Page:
Article 7.5 of the International Code of Conduct on Pesticide Management developed by WHO and FAO, advice countries that the – “Prohibition of the importation, distribution, sale and purchase of highly hazardous pesticides may be considered if, based on risk assessment, risk mitigation measures or good marketing practices are insufficient to ensure that the product can be handled without unacceptable risk to humans and the environment”. Already over 50% of registered pesticides in Nigeria are in the category of highly hazardous pesticides (HHPs); 80% of the most common pesticide brands used by smallholder farmers are HHPS. Worst so, most of these pesticides’ active ingredients are banned or phased out in Europe and USA due to their adverse impacts on human health, the environment including high toxicity to aquatic life, bees, and insufficient data to uphold the principle of preventing harm. While the importance of pesticides in the agricultural sector is known globally, the reality remains that the safe use of HHPs in Nigeria today, and in the near future is unrealistic. The increasing number of pesticide hazards in the country and the continuous rejection of our food export evidence this. This is further collaborated by the absence of comprehensive pesticide regulations and dedicated people-centred pesticide legislation/law in Nigeria.
For the governance of pesticides in Nigeria, there is the NAFDAC Pesticide Registration Regulation of 2021, the NESREA National Environmental (Hazardous Chemicals and Pesticides) Regulations, S. I. No 65, 2014, and two (2) contentious pesticide bills thought to be in the National Assembly. This document reviews the NADFAC Pesticide Registration Regulation of 2021 and the latest proposed pesticide bill (in the form of an Amendment to the Fertiliser Control Act 2022 to include Agrochemicals and Pesticides Control). The review identifies gaps in the NAFDAC registration regulation of 2021 and the proposed Amendment Bill of the Fertilizer Act 2019, in the light of international best practices, and pesticide regulatory standards in other countries.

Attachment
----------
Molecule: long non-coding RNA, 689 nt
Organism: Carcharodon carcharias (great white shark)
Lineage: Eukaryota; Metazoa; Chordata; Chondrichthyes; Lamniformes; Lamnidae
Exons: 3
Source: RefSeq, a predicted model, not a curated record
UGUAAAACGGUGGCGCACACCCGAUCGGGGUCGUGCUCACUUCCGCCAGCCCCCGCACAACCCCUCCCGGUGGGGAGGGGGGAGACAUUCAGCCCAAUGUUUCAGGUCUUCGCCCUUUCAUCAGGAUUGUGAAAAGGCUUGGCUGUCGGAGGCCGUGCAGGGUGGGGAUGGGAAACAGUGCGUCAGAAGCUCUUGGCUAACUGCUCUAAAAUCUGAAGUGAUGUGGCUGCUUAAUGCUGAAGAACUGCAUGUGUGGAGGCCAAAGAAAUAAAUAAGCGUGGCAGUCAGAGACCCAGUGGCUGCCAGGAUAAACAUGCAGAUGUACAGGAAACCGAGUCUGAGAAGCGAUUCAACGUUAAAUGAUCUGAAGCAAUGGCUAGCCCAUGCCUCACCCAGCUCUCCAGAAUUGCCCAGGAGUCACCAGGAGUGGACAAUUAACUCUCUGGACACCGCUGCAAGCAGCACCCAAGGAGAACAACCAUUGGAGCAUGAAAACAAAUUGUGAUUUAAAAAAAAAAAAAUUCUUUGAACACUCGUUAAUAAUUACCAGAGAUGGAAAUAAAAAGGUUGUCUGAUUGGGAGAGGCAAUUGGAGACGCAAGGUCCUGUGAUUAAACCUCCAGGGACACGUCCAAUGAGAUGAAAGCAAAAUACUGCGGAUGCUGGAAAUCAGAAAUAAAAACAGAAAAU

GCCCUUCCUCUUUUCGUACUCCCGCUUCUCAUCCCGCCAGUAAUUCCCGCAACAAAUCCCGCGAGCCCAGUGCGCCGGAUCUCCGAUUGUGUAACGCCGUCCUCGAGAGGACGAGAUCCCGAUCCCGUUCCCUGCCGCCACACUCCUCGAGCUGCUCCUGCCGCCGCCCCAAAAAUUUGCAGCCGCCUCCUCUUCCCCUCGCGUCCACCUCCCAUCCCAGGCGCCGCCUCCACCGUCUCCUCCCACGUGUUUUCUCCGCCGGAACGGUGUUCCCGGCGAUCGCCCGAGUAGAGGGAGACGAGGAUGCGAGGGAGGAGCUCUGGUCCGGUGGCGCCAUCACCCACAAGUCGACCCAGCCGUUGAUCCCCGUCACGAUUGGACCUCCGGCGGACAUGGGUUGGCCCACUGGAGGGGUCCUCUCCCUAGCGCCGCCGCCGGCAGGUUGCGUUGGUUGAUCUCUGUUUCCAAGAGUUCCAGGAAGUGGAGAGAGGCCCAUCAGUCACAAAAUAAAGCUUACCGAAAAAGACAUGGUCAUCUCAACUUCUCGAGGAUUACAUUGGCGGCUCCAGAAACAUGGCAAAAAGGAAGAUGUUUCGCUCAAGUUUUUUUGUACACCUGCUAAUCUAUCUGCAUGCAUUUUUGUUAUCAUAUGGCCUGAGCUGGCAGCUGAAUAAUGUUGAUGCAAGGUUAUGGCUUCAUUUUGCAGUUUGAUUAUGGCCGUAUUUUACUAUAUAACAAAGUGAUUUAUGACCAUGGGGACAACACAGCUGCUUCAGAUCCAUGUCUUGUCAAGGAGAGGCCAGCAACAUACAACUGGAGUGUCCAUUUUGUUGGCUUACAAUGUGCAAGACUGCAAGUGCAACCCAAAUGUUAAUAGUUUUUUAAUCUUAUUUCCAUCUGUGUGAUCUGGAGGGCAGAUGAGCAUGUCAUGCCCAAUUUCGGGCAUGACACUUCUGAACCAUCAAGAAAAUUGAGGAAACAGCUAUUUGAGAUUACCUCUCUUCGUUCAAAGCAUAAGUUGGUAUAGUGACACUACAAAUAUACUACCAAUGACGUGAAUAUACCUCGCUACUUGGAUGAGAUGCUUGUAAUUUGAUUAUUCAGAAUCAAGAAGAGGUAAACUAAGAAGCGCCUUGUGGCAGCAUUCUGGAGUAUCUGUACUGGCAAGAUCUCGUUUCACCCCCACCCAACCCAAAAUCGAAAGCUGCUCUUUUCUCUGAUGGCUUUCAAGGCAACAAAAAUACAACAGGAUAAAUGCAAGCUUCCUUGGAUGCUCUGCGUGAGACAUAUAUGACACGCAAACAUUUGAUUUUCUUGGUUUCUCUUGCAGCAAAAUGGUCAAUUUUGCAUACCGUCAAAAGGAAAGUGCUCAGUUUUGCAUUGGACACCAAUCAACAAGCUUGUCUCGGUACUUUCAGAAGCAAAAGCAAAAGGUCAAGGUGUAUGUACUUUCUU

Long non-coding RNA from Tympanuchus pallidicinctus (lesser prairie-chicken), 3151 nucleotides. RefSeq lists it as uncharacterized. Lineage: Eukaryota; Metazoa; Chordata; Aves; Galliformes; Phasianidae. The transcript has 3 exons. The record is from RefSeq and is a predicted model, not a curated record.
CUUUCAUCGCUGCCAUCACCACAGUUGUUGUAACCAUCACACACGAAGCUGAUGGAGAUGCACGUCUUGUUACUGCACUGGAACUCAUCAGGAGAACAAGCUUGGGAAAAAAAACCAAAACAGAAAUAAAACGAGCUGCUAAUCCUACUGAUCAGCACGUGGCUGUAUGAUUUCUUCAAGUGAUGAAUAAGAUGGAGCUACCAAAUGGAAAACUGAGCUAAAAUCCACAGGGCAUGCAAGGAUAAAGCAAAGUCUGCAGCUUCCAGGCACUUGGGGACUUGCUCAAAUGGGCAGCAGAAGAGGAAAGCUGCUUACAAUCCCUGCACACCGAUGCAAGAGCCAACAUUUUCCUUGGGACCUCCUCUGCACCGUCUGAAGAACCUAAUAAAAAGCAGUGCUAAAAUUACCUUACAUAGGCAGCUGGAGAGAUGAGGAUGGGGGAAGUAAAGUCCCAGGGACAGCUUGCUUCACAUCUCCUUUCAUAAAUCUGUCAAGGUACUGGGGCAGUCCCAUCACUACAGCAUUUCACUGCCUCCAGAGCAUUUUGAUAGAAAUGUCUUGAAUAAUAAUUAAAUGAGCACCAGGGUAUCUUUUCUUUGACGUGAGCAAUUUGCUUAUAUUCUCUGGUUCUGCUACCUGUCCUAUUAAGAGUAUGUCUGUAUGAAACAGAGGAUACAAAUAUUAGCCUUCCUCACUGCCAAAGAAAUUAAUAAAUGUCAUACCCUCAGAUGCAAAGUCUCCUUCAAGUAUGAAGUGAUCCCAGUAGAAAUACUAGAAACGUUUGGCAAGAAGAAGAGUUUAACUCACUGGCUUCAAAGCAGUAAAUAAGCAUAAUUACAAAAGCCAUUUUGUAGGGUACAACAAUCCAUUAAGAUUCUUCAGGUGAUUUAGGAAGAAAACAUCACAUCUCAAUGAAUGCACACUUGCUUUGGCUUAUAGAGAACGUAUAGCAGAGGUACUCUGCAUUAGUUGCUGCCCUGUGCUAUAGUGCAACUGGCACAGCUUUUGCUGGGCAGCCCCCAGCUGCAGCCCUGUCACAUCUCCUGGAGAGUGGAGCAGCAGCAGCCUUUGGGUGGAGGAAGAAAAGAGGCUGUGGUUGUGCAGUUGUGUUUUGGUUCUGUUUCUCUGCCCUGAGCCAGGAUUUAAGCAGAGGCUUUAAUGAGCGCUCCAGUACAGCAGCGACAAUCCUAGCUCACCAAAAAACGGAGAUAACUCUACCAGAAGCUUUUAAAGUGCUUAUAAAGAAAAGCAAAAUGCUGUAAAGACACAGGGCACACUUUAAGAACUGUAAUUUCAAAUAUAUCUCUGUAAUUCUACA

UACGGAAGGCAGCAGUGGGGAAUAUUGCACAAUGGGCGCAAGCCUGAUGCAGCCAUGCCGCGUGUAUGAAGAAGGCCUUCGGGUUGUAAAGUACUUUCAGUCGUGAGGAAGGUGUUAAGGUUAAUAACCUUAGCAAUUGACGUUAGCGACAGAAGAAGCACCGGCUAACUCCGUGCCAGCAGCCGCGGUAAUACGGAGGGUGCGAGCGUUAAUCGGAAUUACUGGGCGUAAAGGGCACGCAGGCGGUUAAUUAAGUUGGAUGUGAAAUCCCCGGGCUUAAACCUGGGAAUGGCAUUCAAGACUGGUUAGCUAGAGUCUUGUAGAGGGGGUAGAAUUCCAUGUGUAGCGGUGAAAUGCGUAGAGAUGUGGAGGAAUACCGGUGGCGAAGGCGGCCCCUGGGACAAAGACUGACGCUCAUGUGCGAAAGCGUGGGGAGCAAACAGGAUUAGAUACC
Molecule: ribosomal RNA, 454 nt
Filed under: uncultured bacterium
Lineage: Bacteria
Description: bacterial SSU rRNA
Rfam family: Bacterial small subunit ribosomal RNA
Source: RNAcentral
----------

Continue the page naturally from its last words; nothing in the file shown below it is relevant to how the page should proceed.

The review also presents the current institutional framework for pesticide regulation in Nigeria and the existing gap in the pesticide value chain – the unmonitored usage on farms and other public spaces. This review ends with practical recommendations for a more robust pesticide registration regulation, and a people-centred law that ensures the protection of Nigerian lives and the environment, as against having a law that is designed to make the country more dependent on highly toxic pesticides, easing the entry for agrochemical companies, and subjecting the country to external capture and control of our food system.
Top among the recommendations is the need for the relevant MDAs (NAFDAC, NESREA, FISS) to align or harmonize their related regulations in a manner that ensures synergy, clarity in the process and focus in their jurisdiction. Time and effort should not be wasted in the tussle among MDAs as to who should oversee the entire pesticide life cycle.
There is a need for a central pesticide law that harmonises and makes this coordination process seamless. However, such a law must have the safety of the Nigerian people and our ecosystem as its priority, rather than increasing the dependence of the country’s food system on highly hazardous pesticides. The Bills before the National Assembly are not designed for this purpose and should not be considered for passage or signing into law.
While commending NAFDAC for the Pesticide Registration Regulation 2021, there is a need to review the regulation to make it more comprehensive, less ambiguous, and clear i.e. ensure the classification of registered pesticides is following WHO and Rotterdam Convention standards, and forceful to command compliance.
Read the full review here: